Setting Up a Company in China
Published by Hector Lopez
Though we often talk generally about what it takes to form a company in China, a reader pointed out that we have never set out the basic steps one must take to do so. The following sets out the basic steps a foreigner usually must take to form a Wholly Foreign Owned Entity (WFOE) in China.
1. Make Sure Your Business is Legal For Foreigners
Determine if the proposed WFOE will conduct a business approved for foreign investment by the Chinese government.
For example, until recently, China prohibited private entities from engaging in export trade. Be sure your business will be legal.
2. Provide The Proper Documentation
The investor in the WFOE must provide the documentation from its home country proving it is a duly formed and validly existing corporation or Limited Liability company, along with evidence showing who from the investor is authorized to execute documents on behalf of the investor.
The investor also often must provide documentation demonstrating its financial adequacy in its home country.
3. Investor Documents Needed
The Chinese government normally requires the following documents from the investing business entity:
Articles of Incorporation or equivalent (copy)
Business license, both national and local (if any) (copies)
Certificate of Status (original)(U.S. and Canada) or a notarized copy of the Corporate Register for the investor or similar document (original)(Civil Law jurisdictions)
Bank Letter attesting to the account status of the investor company (original).
Description of the investor’s business activities, together with added materials such as an annual report, brochures, website, etc.
The first four of these must be in Chinese. The last one may be submitted in English, with a Chinese summary.
4. Consider Forming a Special Purpose Company to Own the WFOE
Many investors create special purpose companies to serve as the investor in China. China’s company regulators have become accustomed to this process.
However, the Chinese regulators will often still seek to trace the ownership of the foreign investor back to a viable, operating business enterprise. It is common to form a Hong Kong company for this purpose and there are often tax benefits in doing so.
5. Secure Chinese Government Approval
In China, unlike in most countries with which Western companies tend to be familiar, approval of the project by the relevant government authority is an integral part of the company registration process. If the project is not approved, the company will not be registered.
6. Compile and Provide These Documents for Chinese Government Approval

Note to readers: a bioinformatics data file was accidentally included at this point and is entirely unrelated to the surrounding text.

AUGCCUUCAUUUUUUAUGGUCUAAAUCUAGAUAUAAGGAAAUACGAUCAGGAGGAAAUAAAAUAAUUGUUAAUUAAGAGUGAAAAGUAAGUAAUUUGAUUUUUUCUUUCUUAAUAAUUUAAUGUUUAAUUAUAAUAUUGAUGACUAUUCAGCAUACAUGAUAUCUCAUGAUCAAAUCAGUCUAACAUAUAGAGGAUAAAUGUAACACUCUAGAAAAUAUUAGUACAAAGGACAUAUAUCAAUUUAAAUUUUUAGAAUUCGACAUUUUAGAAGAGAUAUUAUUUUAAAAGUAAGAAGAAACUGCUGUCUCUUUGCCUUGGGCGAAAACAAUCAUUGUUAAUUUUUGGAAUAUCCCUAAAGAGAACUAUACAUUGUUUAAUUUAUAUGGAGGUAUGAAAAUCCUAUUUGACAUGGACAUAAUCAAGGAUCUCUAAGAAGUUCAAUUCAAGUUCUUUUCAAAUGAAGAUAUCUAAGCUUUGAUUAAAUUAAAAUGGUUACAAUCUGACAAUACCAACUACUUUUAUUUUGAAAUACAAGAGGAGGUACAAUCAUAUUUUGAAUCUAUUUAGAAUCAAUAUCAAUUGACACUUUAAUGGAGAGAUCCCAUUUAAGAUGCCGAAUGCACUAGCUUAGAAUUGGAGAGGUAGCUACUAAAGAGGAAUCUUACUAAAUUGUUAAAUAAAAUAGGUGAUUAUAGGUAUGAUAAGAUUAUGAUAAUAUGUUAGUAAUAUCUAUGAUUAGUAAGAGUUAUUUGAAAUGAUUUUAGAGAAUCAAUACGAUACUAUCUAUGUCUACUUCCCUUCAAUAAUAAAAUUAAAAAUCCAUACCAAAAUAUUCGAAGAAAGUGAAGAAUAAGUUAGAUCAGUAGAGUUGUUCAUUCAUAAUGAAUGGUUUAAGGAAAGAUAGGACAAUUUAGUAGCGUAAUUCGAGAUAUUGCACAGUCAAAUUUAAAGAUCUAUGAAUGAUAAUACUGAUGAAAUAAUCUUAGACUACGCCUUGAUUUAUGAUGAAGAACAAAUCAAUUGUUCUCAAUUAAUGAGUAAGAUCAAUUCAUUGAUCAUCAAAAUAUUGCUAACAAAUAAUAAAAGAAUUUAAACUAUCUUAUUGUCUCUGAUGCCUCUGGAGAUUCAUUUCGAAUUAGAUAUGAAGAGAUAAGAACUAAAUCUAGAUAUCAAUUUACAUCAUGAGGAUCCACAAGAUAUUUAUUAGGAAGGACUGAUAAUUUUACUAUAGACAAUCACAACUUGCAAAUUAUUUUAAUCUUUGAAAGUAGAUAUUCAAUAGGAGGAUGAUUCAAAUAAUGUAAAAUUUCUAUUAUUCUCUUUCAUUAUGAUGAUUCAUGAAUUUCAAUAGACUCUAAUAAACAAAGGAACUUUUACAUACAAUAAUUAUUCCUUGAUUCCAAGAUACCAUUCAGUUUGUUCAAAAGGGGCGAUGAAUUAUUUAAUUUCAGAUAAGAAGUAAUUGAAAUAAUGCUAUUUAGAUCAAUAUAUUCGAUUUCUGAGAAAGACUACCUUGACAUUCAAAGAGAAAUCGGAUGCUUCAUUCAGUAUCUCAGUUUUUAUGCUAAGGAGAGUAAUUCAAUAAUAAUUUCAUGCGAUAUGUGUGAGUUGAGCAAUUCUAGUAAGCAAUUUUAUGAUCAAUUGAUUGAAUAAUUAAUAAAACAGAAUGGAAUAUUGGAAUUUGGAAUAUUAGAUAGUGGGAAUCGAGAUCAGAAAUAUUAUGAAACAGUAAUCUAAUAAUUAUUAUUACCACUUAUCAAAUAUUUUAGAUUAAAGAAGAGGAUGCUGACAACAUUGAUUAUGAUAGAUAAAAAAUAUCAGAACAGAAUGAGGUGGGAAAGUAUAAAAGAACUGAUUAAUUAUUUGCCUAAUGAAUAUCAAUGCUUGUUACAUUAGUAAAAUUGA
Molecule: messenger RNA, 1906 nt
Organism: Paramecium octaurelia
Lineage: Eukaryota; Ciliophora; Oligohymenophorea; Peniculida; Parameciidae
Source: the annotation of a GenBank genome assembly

The following documents must usually be prepared and then submitted to the Chinese government:
Articles of Association. This document will set out all the details of management and capitalization of the company. All basic company and project issues must be determined in advance and incorporated in the Articles. This includes directors, local management, local address, special rules on scope of authority of local managers, company address, and registered capital.
Feasibility Study. The project will not be approved unless the local authorities are convinced it is feasible.This usually requires a basic first year business plan and budget. We typically use a client produced business plan and budget to draft up the feasibility study (in Chinese).
A Lease. An agreement for all required leases must be provided. This includes office space lease and warehouse/factory space lease. It is customary in China to pay rent one year in advance and this must be taken into into account in planning a budget because the governmental authorities will be expecting this.
7. Compile and Provide These Additional Documents for Chinese Government Approval
You will also usually be required to provide the following documents:
Proposed personnel salary and benefit budget. If the specific people who will work for the company have not yet been identified, one must specify the positions and proposed salaries/benefit package. Benefits for employees in China typically range from around 30% to 40% of the employee base salary, depending on the location of the business. Foreign employers are held to a strict standard in paying these benefit amounts. The required initial investment includes an amount sufficient to pay salaries for a reasonable period of time (usually one year or more) during the start up phase of the Chinese company. These documents must be in Chinese.
Any other documentation required for the specific business proposed. The more complex the project, the more documentation that will be required.
8. The Approval Process
It usually takes two to five months for governmental approval, depending on the location of the project and its size and scope. Large cities like Shanghai tend to be slower than smaller cities.
The investor must pay various incorporation fees, which fees vary depending on the location, the amount of registered capital and any special licenses required for the specific project. Typically, these fees equal a little over 1% of the initial capital.
On large and/or complex projects, the approval process often involves extensive negotiations with various regulatory authorities whose approval is required. For example, a large factory may have serious land use or environmental issues. Thus, the time frame for approval of incorporation is never certain. It depends on the type of project and the location. Foreign investors must be prepared for this uncertainty from the outset.
If you comply fully with the above, your chance of getting your WFOE approved is nearly 100%.